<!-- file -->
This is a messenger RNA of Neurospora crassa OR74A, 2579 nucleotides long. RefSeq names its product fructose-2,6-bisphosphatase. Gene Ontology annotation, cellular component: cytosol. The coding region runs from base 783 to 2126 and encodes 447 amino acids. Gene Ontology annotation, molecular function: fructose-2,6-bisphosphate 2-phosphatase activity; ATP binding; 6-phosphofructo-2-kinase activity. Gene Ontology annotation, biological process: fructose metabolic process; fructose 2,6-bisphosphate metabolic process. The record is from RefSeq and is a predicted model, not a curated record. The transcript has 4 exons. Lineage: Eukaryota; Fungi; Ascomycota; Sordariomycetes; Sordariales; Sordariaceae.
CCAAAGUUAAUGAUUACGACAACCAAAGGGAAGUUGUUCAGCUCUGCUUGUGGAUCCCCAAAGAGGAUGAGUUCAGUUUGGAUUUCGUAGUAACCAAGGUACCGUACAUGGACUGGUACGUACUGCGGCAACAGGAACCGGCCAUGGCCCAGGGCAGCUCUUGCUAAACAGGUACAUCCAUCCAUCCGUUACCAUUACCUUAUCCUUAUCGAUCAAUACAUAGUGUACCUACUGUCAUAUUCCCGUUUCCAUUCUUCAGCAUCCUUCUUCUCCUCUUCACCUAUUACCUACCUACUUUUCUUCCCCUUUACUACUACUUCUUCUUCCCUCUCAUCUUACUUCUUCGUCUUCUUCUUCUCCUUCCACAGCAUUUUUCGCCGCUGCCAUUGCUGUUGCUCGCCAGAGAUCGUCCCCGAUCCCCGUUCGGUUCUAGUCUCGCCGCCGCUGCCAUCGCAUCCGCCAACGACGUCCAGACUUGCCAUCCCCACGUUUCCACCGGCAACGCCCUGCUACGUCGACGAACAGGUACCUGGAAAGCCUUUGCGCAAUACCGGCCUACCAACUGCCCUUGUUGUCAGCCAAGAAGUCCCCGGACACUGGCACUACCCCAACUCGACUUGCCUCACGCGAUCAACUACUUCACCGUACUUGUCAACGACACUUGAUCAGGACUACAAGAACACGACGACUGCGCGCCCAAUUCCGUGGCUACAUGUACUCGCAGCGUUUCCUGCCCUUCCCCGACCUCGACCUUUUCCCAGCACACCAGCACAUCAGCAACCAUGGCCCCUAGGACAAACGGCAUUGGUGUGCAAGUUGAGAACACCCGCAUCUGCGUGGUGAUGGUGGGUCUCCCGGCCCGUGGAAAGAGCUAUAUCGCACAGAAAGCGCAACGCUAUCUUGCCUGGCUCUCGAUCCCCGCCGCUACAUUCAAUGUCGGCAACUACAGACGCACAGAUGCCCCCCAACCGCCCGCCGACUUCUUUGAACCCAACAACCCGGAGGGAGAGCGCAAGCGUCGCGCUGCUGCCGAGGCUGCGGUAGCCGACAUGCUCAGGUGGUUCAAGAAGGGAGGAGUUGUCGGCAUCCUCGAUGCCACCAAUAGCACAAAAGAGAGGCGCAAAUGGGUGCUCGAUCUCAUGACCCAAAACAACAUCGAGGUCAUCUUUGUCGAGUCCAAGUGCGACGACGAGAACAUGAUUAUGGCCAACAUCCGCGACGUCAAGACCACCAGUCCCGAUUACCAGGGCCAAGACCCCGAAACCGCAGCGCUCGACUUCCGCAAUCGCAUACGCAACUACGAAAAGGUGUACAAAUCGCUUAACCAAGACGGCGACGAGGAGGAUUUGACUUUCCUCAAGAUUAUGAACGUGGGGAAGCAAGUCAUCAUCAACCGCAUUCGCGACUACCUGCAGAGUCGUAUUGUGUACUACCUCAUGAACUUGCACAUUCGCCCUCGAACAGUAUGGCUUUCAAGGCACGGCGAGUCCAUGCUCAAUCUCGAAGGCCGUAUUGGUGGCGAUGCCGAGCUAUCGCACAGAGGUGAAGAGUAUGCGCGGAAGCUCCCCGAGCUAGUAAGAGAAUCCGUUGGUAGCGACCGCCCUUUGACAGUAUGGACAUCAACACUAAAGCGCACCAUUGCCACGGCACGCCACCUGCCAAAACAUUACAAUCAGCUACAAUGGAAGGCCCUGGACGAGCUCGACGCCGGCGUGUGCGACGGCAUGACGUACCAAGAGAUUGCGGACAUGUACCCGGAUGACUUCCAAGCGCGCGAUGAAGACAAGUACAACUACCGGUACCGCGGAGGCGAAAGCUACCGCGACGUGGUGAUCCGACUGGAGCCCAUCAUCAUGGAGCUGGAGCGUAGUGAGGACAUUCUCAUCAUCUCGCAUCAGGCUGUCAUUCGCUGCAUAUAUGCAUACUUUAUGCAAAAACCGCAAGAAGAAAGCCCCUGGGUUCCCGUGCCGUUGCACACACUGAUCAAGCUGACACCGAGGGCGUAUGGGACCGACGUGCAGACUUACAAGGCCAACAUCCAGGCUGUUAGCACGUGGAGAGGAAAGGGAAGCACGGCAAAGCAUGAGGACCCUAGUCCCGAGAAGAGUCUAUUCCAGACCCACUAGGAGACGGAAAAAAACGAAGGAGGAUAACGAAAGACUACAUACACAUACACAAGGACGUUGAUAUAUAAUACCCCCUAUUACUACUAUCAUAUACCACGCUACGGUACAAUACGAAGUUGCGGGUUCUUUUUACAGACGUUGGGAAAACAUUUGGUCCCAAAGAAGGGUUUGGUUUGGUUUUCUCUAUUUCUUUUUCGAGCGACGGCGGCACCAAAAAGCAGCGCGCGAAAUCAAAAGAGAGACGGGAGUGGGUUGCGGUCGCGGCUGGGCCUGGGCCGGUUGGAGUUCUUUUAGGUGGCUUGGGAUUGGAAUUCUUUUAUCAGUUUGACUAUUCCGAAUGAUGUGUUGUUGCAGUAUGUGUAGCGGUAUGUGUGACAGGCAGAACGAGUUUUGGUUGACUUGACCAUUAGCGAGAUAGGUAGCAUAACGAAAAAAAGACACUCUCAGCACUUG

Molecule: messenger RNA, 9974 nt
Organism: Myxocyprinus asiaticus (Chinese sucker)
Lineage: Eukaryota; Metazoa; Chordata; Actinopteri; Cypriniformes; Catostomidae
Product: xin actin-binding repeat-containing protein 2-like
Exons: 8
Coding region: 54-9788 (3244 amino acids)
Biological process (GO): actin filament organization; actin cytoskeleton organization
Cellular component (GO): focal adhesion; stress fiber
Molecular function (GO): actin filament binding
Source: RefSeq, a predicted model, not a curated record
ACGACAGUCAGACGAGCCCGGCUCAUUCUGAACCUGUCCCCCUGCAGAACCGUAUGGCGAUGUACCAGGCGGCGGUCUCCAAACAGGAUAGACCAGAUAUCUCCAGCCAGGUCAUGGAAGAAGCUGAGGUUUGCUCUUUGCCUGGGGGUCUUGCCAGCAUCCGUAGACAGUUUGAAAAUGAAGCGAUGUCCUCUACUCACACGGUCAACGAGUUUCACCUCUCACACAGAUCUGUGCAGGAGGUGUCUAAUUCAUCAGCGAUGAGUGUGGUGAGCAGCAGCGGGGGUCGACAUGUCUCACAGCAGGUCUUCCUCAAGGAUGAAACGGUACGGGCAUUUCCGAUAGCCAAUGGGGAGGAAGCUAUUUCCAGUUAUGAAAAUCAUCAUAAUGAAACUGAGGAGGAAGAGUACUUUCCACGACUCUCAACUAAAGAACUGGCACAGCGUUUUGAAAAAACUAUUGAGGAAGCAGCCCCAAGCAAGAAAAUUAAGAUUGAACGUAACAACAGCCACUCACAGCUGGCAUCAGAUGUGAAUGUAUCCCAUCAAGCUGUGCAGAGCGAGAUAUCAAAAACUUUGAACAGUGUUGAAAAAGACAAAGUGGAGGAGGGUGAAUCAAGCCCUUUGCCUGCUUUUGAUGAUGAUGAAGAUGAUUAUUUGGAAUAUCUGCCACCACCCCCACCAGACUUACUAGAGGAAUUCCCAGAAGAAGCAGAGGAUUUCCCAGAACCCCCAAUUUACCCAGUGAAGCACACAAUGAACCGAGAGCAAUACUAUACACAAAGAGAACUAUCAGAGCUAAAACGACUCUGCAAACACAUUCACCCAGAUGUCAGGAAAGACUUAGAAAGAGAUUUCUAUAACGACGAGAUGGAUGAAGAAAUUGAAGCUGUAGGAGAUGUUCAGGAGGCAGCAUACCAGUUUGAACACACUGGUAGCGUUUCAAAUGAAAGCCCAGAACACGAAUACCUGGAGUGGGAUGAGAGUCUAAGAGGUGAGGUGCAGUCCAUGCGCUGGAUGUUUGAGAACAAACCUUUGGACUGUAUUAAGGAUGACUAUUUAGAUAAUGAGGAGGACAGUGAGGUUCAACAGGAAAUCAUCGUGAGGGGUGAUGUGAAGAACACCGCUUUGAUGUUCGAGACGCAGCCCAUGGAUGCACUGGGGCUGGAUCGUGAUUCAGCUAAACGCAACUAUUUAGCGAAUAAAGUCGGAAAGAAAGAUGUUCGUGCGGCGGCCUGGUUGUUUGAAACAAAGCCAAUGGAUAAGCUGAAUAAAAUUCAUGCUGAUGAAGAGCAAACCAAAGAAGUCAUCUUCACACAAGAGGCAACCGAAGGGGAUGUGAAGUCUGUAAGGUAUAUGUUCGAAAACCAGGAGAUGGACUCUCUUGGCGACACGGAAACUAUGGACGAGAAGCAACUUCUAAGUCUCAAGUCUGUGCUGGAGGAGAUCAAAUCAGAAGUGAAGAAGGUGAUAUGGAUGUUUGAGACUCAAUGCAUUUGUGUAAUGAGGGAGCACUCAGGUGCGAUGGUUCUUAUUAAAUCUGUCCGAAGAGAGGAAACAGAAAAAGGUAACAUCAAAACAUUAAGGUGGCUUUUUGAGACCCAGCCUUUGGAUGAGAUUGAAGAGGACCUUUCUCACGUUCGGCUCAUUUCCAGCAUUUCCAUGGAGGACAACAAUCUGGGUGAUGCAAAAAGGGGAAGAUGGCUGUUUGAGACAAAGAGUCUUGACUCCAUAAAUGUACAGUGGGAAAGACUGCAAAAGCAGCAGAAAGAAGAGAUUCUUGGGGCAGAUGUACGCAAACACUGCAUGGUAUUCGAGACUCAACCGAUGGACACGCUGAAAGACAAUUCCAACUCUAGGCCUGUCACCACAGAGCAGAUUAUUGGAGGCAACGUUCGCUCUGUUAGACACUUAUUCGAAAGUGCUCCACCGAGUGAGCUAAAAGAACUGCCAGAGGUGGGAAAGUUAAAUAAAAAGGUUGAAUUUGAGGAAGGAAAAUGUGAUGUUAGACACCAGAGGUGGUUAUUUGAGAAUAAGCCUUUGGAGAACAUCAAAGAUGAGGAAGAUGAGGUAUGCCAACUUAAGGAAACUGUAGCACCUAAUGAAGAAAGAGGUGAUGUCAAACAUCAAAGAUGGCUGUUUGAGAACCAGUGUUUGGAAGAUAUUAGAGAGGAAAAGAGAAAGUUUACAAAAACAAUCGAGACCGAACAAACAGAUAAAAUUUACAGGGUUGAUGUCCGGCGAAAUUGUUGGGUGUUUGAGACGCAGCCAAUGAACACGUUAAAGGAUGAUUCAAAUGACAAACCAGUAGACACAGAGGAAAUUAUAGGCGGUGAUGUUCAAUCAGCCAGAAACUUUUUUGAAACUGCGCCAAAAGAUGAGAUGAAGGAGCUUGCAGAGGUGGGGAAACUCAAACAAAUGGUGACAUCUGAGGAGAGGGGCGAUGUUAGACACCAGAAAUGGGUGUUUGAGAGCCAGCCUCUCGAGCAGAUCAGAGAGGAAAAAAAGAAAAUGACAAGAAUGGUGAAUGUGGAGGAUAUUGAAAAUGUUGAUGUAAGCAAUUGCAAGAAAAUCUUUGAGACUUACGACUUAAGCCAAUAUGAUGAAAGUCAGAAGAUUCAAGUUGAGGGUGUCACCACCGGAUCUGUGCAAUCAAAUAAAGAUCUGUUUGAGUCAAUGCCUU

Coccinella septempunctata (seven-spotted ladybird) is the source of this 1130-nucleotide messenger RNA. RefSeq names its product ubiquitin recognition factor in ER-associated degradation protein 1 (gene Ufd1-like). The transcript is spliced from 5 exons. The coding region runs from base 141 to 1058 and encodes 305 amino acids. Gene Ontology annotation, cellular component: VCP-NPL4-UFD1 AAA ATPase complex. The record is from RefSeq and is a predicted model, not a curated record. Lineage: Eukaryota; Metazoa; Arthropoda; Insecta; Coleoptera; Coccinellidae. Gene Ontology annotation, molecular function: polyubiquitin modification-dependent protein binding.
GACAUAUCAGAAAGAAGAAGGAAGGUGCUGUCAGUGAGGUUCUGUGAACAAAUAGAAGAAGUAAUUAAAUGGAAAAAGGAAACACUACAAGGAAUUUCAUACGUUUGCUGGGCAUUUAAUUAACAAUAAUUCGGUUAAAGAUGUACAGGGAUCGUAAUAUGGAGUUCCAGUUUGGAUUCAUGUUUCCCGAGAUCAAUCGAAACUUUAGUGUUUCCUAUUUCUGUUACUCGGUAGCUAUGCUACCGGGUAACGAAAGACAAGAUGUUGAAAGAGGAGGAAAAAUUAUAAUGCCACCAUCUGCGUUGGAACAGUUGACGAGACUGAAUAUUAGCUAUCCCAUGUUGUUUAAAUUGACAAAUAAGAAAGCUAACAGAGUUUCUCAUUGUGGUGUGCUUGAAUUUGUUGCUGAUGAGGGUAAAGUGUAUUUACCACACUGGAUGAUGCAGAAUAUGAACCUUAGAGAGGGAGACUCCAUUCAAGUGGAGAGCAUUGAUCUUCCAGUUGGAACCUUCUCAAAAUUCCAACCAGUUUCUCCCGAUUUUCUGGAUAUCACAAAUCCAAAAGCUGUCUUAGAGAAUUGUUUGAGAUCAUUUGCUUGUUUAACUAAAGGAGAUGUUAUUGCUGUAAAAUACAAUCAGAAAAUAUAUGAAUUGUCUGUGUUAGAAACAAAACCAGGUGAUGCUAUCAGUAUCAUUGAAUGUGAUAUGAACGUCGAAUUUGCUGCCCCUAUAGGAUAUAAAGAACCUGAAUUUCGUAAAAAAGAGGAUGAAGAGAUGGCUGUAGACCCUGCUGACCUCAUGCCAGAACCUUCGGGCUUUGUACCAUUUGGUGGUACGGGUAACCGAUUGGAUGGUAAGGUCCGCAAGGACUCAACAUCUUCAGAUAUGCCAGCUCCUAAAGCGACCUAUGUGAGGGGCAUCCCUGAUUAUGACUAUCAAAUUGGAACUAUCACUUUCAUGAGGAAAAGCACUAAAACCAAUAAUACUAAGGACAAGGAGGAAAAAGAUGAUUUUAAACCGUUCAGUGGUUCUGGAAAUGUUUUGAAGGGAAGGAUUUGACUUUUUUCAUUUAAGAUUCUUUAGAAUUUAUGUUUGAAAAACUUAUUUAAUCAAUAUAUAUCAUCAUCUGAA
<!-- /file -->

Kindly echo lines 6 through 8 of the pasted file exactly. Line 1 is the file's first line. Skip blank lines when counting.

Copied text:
Product: xin actin-binding repeat-containing protein 2-like
Exons: 8
Coding region: 54-9788 (3244 amino acids)